jim at audiosystemsgroup.com
Sat May 22 11:56:07 PDT 2010
On Sat, 22 May 2010 18:51:14 +0100, Steve Hunt wrote:
>Thanks for the clarification. As you say: "He who never made a mistake
>never made anything".
>I remain puzzled by what you just said about the flux in the cores of
>N:1 Current Baluns. Any analysis I've done shows that the flux in one or
>more of the cores *must* be determined directly by the Differential Mode
>signal. Only in a 1:1 current balun is the flux solely dependent on the
>A simplistic way of looking at it is to take a 4:1 current balun
>comprising two 1:1 baluns connected in parallel at the input and in
>series at the output. For a differential voltage applied across the
>input of V, the voltage across the load will be 2V. The extra "V" has to
>be developed somewhere, and it is by "voltage transformer" action in one
>or more of the cores.
I think that's what I said. If we recognize the Guanella balun as two
common mode chokes, the differential voltage is across the common mode
impedance of each core. Doing the math, for 1500 watts keydown, that's 275
volts across 5,000 ohms, which is 15 watts. Applying a reasonable duty
cycle for CW or SSB, that's something like 5 watts when you're
>I sketched the voltages here for a floating load:
>Excuse the rough drawing. That example is the most benign situation,
>where the differential-mode signal is split equally between the cores.
>There's V/2 across each core, and that directly drives the core flux.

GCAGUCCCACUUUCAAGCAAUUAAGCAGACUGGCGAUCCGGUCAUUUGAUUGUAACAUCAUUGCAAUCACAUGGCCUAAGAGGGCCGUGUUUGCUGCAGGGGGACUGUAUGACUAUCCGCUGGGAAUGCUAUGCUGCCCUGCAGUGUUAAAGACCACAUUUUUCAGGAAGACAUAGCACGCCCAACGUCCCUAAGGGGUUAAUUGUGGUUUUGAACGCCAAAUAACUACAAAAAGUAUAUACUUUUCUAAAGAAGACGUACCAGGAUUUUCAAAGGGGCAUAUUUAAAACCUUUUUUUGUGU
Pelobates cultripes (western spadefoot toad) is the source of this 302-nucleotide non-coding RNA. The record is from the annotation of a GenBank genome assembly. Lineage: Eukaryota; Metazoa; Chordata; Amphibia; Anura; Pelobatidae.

>If you try another load-balance configuration - for example ground the
>"top" of the load - you'll find a much more extreme situation. In that
>example you'll get V across one core and 2V across the other - that's a
>worse condition than a 4:1 voltage balun! Ground the "bottom" of the
>load and you will get V across the top core and 0 across the bottom.
"Ground" is probably not the right word/concept here unless something is
badly broken. Say you're using a Guanella balun to feed a balanced line and
one side of the line gets shorted to SOMETHING at some point on the line
displaced from the balun. Even if that something is the earth, or a tower,
the transmission line and the rest of the return path add a lot of
impedance in that short circuit. In other words, "ground" is not a single
Now, you COULD mis-use a Guanella balun by grounding one high Z side of it
to the shield of the low Z side, and that WOULD place higher voltage across
one of the cores. :)
>No matter how the load is balanced or unbalanced wrt ground, there is
>always that "extra V" being developed by voltage transformer action on
>one or more of the cores .......
Again, the word/concept "ground" is a poor concept. Transmitters develop
power between the terminals of their output connector. A connection to
earth (or even the chassis) is not necessary. In general, antennas need no
connection the earth to work well. They do, of course, need some
arrangement of conductors to provide a return for antenna current and
fields (i.e. a dipole or a counterpoise for a single-ended antenna), but
again, neither earth or the chassis needs to be part of it.
>.... I believe ;)
Look at it this way.
There is no transformer action in a Guanella balun if each choke is wound
its own core. Rather, the circuit is a sort of bridge, where the voltage at
the high Z side is the IZ drop across each choke added together. We ARE
transforming impedances, but the power is not going through the cores to
get from one side of the balun to the other. Indeed, if the chokes are on
individual cores, there is virtually no magnetic coupling between them!
W8JI has also written about this.
Jim Brown K9YC
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